I’ve been curiously absent these last days from posting what normally is a lot of work. I try to schedule those, by the way, so that they don’t all hit at once. I suppose I could schedule them for different days but I post them that way for a reason. Think of it as clearing off my mental desk in preparations for the next idea (and there are some days with a LOT of them) to manifest.

I was working at a factory on a rotating shift. The days were 12 hours long and usually 2-3 in succession with 2-3 days off in between bouts. Back in May I had surgery on my foot to correct an ongrowing issue (my nerve had grown around one of my main foot arteries, good pun, eh?) and within a couple of months I felt amazingly good again. I could walk! I could dance! I could jog (sort of, think Mario running without turbo). I felt so good I applied for an got the job. For three months I worked diligently to maintain my personal belief and work ethic by being consistently in attendance, observant to detail, and team oriented. I believe I maintained that throughout my employment.

A few days ago, while working a position that required far more dexterity than my hands could handle, I lost feeling in my fingers. Not only did I lose feeling in my fingers but I lost grip as well. I could no longer hold onto the parts. My co-worker refused to switch jobs because she was fine. I explained that I was not. She refused again. I went and spoke with my supervisor and told her that I couldn’t feel my fingers and my hands wouldn’t hold onto the parts. She said, “Okay.” and walked away. When I don’t feel heard, my frustration level doesn’t take much to push me over the edge. I just plain waited until break and contacted my employer. I was told to go home, finish out the next day and they’d find me something else to do.

From my previous post The heated battle, you may recall that I’ve been struggling to find something better suited to my gifts, needs, and requirements of financial responsibility. I believe I’ve found this particular niche. Jamie Lopez asked me a peculiar question which incited ridiculous thoughts in my brain. I only half committed to her idea. But the thought was persistent. It stood up and plinked my forebrain like a form of water torture. It whispered, “You should do this. You should do this. You should do this.” I tried to ignore it, but it was really difficult when that’s all I could focus my attention on doing. I consulted with my Mama, tossing the idea in the air with clumsy juggles, sparking further ideas until the seed had firmly taken root. I let it rest in the “earth.”

Without much ado, a couple of nights ago, my Uncle Les called me. He’s not a frequent caller, but when he does, I always know that I’m so loved by him and my Aunt Liz that I look forward to when he has time. He called me up and asked me, “Hey, do you remember Jim Bob?”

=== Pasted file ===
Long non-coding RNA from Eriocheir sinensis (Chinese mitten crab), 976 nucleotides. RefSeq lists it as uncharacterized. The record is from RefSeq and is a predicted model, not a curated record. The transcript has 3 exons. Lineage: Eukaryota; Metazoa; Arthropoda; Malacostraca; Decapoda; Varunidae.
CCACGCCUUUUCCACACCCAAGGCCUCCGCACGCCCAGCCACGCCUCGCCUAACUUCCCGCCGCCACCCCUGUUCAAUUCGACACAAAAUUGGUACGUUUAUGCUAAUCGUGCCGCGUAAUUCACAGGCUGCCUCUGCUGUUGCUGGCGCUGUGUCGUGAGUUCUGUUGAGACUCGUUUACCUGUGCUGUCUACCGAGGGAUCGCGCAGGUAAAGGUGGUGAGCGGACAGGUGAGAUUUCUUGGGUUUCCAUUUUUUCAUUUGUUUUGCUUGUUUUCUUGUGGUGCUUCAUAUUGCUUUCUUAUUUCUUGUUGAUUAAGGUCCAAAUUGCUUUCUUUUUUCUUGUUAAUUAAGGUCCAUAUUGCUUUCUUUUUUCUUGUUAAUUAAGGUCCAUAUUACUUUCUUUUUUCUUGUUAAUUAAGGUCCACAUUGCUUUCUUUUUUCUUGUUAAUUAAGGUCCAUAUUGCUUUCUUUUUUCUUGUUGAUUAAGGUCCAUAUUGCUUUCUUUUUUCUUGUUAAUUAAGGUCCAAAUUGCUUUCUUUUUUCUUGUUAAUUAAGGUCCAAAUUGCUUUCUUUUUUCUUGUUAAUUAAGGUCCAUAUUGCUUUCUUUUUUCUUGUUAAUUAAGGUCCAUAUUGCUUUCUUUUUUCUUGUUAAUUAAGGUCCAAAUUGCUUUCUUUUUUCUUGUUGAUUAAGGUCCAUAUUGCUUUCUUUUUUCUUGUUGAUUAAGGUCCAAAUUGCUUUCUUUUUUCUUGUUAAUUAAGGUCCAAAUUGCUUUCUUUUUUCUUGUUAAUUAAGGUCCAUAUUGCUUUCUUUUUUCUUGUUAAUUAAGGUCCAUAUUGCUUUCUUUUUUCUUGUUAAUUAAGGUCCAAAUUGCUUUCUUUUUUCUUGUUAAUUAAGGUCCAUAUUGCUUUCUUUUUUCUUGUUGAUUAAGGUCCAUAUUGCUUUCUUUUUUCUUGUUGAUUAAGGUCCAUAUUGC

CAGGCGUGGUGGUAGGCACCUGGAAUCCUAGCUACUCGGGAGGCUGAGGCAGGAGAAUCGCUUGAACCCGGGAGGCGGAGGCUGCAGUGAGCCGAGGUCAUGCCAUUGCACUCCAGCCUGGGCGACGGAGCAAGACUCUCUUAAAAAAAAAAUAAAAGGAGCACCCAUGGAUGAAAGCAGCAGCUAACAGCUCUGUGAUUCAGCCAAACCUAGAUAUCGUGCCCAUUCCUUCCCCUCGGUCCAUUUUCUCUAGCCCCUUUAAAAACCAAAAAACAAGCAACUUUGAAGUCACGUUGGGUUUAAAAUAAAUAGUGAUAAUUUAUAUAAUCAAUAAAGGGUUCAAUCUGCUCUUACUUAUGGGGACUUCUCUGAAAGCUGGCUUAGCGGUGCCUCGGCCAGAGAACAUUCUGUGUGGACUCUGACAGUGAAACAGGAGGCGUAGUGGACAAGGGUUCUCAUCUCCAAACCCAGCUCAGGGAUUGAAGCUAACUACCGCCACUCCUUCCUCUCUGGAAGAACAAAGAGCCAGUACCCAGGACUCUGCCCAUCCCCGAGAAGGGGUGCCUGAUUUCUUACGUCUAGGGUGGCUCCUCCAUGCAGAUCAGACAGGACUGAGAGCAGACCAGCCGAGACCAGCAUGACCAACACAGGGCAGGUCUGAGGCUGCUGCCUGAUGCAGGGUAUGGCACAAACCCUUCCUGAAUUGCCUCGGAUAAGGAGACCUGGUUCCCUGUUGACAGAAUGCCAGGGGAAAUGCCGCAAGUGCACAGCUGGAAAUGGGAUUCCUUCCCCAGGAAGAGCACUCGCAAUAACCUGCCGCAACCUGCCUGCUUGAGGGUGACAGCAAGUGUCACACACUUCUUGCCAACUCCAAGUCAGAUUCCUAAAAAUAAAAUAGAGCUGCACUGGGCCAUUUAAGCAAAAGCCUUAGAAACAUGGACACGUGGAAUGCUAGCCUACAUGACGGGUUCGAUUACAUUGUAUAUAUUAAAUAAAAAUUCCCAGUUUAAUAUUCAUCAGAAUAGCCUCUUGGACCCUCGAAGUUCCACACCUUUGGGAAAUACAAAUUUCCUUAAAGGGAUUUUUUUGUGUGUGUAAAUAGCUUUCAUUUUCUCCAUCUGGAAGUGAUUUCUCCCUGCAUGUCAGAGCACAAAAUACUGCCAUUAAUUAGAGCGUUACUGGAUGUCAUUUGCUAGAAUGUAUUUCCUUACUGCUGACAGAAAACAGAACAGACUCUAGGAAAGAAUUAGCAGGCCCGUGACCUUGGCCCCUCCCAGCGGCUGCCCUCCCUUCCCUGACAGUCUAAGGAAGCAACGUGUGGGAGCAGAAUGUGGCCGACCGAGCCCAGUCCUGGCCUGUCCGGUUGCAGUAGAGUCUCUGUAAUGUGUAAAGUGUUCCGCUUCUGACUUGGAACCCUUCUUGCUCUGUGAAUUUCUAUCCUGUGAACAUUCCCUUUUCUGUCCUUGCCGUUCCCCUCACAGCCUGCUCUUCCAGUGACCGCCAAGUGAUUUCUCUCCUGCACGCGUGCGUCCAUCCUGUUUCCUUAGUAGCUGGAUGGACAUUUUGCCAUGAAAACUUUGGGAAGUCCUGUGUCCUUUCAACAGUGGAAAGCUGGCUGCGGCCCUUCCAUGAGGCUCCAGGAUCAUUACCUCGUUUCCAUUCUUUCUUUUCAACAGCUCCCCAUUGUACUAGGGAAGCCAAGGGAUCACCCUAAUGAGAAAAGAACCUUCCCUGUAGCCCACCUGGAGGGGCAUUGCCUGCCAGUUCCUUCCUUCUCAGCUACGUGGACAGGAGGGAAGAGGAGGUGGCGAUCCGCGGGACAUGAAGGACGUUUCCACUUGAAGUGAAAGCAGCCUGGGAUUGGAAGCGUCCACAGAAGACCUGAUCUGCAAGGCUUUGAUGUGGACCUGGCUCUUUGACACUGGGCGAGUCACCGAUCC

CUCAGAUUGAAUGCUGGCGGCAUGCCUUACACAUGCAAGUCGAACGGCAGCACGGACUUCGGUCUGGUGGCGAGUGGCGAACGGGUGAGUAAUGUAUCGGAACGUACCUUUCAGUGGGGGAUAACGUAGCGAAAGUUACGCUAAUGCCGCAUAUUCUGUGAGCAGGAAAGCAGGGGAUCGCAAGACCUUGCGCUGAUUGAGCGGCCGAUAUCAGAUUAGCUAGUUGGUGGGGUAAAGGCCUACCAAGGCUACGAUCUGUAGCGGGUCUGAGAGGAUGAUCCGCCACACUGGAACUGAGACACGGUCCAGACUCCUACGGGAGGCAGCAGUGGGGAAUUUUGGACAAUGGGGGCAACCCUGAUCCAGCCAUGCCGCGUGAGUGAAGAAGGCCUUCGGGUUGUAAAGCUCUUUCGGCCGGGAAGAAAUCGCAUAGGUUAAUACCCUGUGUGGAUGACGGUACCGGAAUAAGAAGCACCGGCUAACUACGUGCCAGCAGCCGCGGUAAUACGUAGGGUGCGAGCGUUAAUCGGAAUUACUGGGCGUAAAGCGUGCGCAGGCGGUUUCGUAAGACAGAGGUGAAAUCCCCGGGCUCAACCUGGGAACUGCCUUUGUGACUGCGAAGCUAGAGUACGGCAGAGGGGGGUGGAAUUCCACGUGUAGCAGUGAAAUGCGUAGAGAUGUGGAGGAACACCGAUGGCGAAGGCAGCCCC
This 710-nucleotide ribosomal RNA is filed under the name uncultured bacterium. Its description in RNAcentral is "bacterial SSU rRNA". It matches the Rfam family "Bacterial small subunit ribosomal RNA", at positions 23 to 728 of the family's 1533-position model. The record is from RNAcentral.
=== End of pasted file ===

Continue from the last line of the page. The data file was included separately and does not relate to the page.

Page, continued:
“I do. That’s Aunt Liz’s nephew, right?”

“Yes. I was thinking about you and I usually do, by the way,” he continued.

“Thanks!” I interrupted.

“You’re welcome. Anyway, his wife works out of her home. I thought of you because you’re a compassionate woman and an excellent writer, I think you could do what she does.” He stated firmly. “I think you need to be doing this.” And he explained word for word what I’d talked to my mother, was inspired by Jamie, and pondered about for two weeks.

Now, I don’t know about you, but I’ve learned that paying attention to the omens when they come that clearly is a wise move. Otherwise, the Universe quits presenting the idea to you and gives it to someone else. In the past couple of days, I’ve retrieved my EIN (Employer Identification Number), set up a Paypal, applied for a business license, bought and started setting up a domain, secured an 877 number, and applied for information about advertising.

Although it may seem as if I’ve been slower than normal or that I’ve taken a vacation, I’m actually working towards being able to do what I love more than anything to do which is write for a living. This is scary stuff in my book, but I feel the have to becoming more prominent. It’s really strong and I know it’s right.

On November 3rd, I’ll be launching the site, the business, and making sure that I have myself priced accordingly. How weird is that? With the time on my hands right now, I can make sure that I’m able to deliver top quality of a valuable and perpetuating service that everyone will need. I’m so excited that your patience is allowing me this time to bring this idea into full bloom. Let’s see what happens, shall we?

Tribe of Artists: UNITE!

If you’re a writer, a poet, a painter, an artist of any kind, I’d like to help you succeed. I’d like to do a featured artist of the week which will allow you exposure to my fellow bloggers. If you’d like to be featured (aka pinned) then drop me an email with a link to your page(s). If selected, I will make sure that I cross reference your work on Pinterest, Facebook, Twitter, LinkedIn, and of course WordPress.

I believe strongly in supporting those with talent, drive, and ambition to bring their humanity into beautiful fruition. Although, and yes it pains me to say this, I can’t pay you anything, if we all share anyone’s art we really dig, we can spread even more beauty in the world. If you have a show coming up, let me know, I can post that too. I really want to help.

If you haven’t already done so, I encourage you to check out Activate Your Life! on Google + via the Anjana Network which is a group for artists of all sorts to find support and encouragement in their artistic field of choice. I am a moderator there and will happy to check out even more ways to help you promote your life’s work.